ISSN (Print) - 0012-9976 | ISSN (Online) - 2349-8846

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Doha Round: In a Shambles

The failure of the Potsdam meeting of the trade ministers of the G-4 (the US, the European Union, Brazil and India) last week has been widely seen as heralding an impasse in the Doha round of the World Trade Organisation (WTO). In the immediate, the breakdown of the G-4 negotiations simply means that the July 2007 deadline set for arriving at a consensus on the “modalities” for the detailed negotiations on trade in agricultural commodities and industrial products is not likely to be met. Emerging from the deadlock in the talks, the US trade representative, Susan Schwab and the EU trade commissioner, Peter Mendelson began blaming the Indian commerce and industry minister, Kamal Nath, and the Brazilian foreign minister, Celso Amorim, for the impasse, and visa versa. Hiding his disappointment, and in a bid to demonstrate that the show was still on, the WTO’s director general, Pascal Lamy convened a meeting of the Trade Negotiating Committee, the steering group of the Doha round of multilateral trade negotiations, the very next day, June 22. Amidst the present din, what needs to be emphasised is that the principles of allowing less than full reciprocity to the developing countries and of according special and differential treatment to them have been not merely violated in this so-called development round of the WTO, the two rules of conduct seem to have been reversed in their application.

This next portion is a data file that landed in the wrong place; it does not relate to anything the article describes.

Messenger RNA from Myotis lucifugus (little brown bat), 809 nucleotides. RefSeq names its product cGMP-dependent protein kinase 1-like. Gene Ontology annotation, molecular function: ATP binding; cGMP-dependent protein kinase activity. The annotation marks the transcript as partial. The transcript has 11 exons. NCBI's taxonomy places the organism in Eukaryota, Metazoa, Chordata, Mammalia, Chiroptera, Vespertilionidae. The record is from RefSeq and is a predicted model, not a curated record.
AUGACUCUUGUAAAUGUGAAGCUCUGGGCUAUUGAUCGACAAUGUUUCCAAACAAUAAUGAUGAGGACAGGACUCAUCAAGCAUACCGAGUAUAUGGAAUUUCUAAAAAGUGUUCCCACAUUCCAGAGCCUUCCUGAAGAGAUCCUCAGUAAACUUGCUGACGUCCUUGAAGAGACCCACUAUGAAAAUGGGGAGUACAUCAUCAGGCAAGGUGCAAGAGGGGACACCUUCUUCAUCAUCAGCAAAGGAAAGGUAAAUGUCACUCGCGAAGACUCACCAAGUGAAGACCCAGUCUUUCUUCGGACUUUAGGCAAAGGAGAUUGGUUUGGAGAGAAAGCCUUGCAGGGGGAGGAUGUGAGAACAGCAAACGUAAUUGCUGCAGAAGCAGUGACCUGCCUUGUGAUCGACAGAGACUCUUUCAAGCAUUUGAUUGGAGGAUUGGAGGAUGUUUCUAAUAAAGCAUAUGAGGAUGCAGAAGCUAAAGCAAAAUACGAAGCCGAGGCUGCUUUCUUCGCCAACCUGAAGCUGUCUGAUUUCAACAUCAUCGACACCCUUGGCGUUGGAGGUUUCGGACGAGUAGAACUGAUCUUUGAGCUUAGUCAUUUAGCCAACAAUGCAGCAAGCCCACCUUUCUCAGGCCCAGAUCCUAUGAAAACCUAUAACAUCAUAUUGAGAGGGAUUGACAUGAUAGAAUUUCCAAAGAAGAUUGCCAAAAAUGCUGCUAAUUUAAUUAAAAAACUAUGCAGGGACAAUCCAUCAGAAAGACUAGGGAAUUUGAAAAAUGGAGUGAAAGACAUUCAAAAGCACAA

At the Potsdam talks, the US offered to “lower” its overall annual “trade distorting” domestic support measures to agriculture to $ 17 billion, even as the Indian and Brazilian ministers were quick to point out that the actual level of such subsidisation was around $11 billion last year. The EU offered to lower its agricultural tariffs by an average of around 50 per cent, but this did not take account of the lenient treatment it accorded to its “sensitive” products. In return, the EU and the US wanted India and Brazil to accept a coefficient of 18 for the developing countries in the so-called Swiss formula that is being used to cut customs duties for industrial products, even as they were asked to agree to a value of 10 for the developed countries’ coefficient in that formula.

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